To the Editor Rosebud and colleagues1 reported on a longitudinal study strengthening the idea that olfactory impairment has potential to be a biomarker for diagnosing mild cognitive impairment (MCI) and Alzheimer disease (AD) or early detection for cognitively normal elderly individuals who would likely progress to MCI or AD. The underlying mechanism may be due to, at least in part, the involvement of AD neuropathological processes in both the olfactory bulb and other cerebral areas that are related to olfactory function.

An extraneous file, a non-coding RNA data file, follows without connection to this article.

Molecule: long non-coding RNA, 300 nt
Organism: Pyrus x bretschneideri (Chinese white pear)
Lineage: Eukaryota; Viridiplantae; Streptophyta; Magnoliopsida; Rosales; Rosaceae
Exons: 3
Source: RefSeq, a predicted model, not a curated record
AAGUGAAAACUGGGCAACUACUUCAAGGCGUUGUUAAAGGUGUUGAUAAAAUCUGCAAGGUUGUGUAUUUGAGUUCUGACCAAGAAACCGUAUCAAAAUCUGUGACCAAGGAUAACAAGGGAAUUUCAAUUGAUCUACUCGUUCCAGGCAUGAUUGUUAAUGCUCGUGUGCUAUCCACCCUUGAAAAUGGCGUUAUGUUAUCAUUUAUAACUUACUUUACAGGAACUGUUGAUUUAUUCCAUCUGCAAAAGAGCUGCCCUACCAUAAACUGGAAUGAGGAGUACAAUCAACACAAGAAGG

Zhang J. Olfactory Loss—On the Road to Potential Diagnosis Criteria of Alzheimer Disease. JAMA Neurol. 2016;73(6):761–762. doi:10.1001/jamaneurol.2016.0326
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